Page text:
Rizzieri objects that this argument is unsound because its major premise is false. High stakes raise the bar on justification only when believing the proposition on the basis of normal evidence is risky. And in the miracles case, this necessary condition is not met. If anything, it is risky to fail to believe in the miraculous. In fact, he thinks the argument can be turned on its head: as long as one deeply hopes that the miraculous event has occurred, encroachment seems to imply that one needs rather more evidence than usual to force a revision in one’s noetic structure. In other words, “stakes considerations can raise the bar for justification that the denial of what one hopes for is true” (55). This chapter raises a number of interesting questions that I merely note here. First, are stakes raised by internal features or external ones? If I merely hope that x is true, does that raise the stakes for me even though -- as a matter of fact -- nothing hangs on x? Second, is it true that what we believe, religiously speaking, is connected to goods and harms in the way Pascal and others suggest? If not, the encroachment issue will never arise for issues like miracles. Third, what happens if a subject can see that what we believe, religiously speaking, is connected to goods and harms but cannot determine which religious belief is most appropriate? This seems to be the issue in the “many gods” objection to Pascal’s wager, and it might be enough to derail Rizzieri’s project.
Chapter three presents and defends an argument for an access internalist understanding of epistemic justification. According to access internalist theories, if you are justified in holding a particular belief, you should normally be able to reflect on that belief and identify the justifying factor(s). Rizzieri thinks that taking encroachment seriously requires us to understand justification in this sort of way. He calls his argument the Encroachment Argument For Internalism (EAFI), and a simplified version is as follows:
1. There is a link between being justified in believing that p and being morally or prudentially criticizable for acting as if p.
2. This is true only if people can normally be aware both of the grounds that justify the belief that p and the efficacy of those grounds.
3. Therefore, we can normally be aware both of the grounds that justify our beliefs and the efficacy of those grounds. (62)
The gist is that our conventions for offering moral and prudential praise and blame include necessary, epistemic conditions. When we evaluate the actions of others, we do so from their epistemic perspective. If it wasn’t reasonable for you to believe that starting your car would trigger a bomb, we won’t hold you morally responsible for the consequence. But, and this is the point of premise 2, this practice makes no sense on externalist understandings of justification. Of course, externalists about justification might suggest that this argument misses the point. They might grant that there are internalist components to justification or internalist conceptions of justification. But they will insist that while these concepts might play a role in moral responsibility, they are irrelevant for warrant or knowledge.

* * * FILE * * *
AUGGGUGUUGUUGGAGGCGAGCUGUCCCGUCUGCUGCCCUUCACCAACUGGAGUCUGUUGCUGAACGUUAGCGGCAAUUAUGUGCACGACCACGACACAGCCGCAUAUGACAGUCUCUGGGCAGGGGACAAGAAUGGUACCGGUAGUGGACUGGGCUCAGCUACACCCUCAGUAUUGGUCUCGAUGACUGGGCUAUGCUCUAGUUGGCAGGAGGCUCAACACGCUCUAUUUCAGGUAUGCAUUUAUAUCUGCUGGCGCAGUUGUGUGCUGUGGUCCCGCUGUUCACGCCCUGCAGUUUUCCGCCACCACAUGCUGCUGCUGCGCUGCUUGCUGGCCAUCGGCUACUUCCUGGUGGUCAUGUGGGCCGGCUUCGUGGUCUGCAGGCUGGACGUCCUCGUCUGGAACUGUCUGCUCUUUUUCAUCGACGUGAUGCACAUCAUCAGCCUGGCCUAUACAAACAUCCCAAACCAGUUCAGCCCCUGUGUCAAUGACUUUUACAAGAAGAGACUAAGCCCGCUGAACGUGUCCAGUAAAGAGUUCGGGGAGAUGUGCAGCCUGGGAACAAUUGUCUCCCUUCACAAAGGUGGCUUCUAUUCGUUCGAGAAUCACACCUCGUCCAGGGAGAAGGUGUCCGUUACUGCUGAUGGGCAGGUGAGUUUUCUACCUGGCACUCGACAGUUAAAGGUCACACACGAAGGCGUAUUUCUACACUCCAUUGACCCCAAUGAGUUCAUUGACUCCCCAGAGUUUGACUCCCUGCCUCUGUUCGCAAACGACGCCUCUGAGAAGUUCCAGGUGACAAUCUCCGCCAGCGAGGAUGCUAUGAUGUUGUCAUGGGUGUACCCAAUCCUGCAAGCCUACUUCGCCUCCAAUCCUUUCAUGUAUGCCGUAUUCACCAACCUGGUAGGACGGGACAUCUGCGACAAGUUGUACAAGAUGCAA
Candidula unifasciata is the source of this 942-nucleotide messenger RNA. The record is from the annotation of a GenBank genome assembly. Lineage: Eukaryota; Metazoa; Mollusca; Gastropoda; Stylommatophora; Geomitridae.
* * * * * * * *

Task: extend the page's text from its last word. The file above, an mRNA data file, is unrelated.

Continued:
Chapter four argues that the level of justification required for action-guiding beliefs is more robust than the thin conceptions of justification offered by dogmatists (and phenomenal conservatives?) on the one hand and reformed epistemologists on the other. The EAFI argument (above) secures a strongly internalist sense of justification: Plantinga and others cannot defend the justification of religious beliefs on merely externalist grounds. However, the lesson from encroachment is that a belief is epistemically justified for one only if one is morally or prudentially justified in acting on that belief. And -- in high stakes scenarios -- we normally agree the mere fact that something seems true or is the deliverance of the sensus divinitatus or whatever is insufficient to morally or prudentially justify one in acting on the belief. And so in high stakes scenarios, this is insufficient to justify the belief as well. Again, encroachment serves as a bridge principle linking the justification of propositions to the justification of acting.
So what would count as a sufficiently robust and yet internalist justification for acting in high-stakes considerations? Chapter five sketches Rizzieri’s positive account of the justification of action-guiding beliefs. Unfortunately, he declines to offer a full analysis, settling for a defense of three necessary conditions:
S is justified in believing an action-guiding belief that p on the basis of a method of belief-formation b in circumstance c only if:
(a) s’s use of b in c allows s to reliably detect how the world appears or evidential and logical relationships between p and s’s beliefs which are relevant to the truth of p,
(b) s’s overall evidence (including experiences) sufficiently support p, and
(c) s has a sufficiently high level of confidence in the deliverances of b which is grounded in s’s past experience of b’s at least apparent reliability. (114)
In short, an action-guiding belief will be justified only when it is reliably produced, strongly supported by and based on the overall evidence and results from a system of belief formation in which the subject has historically-based confidence.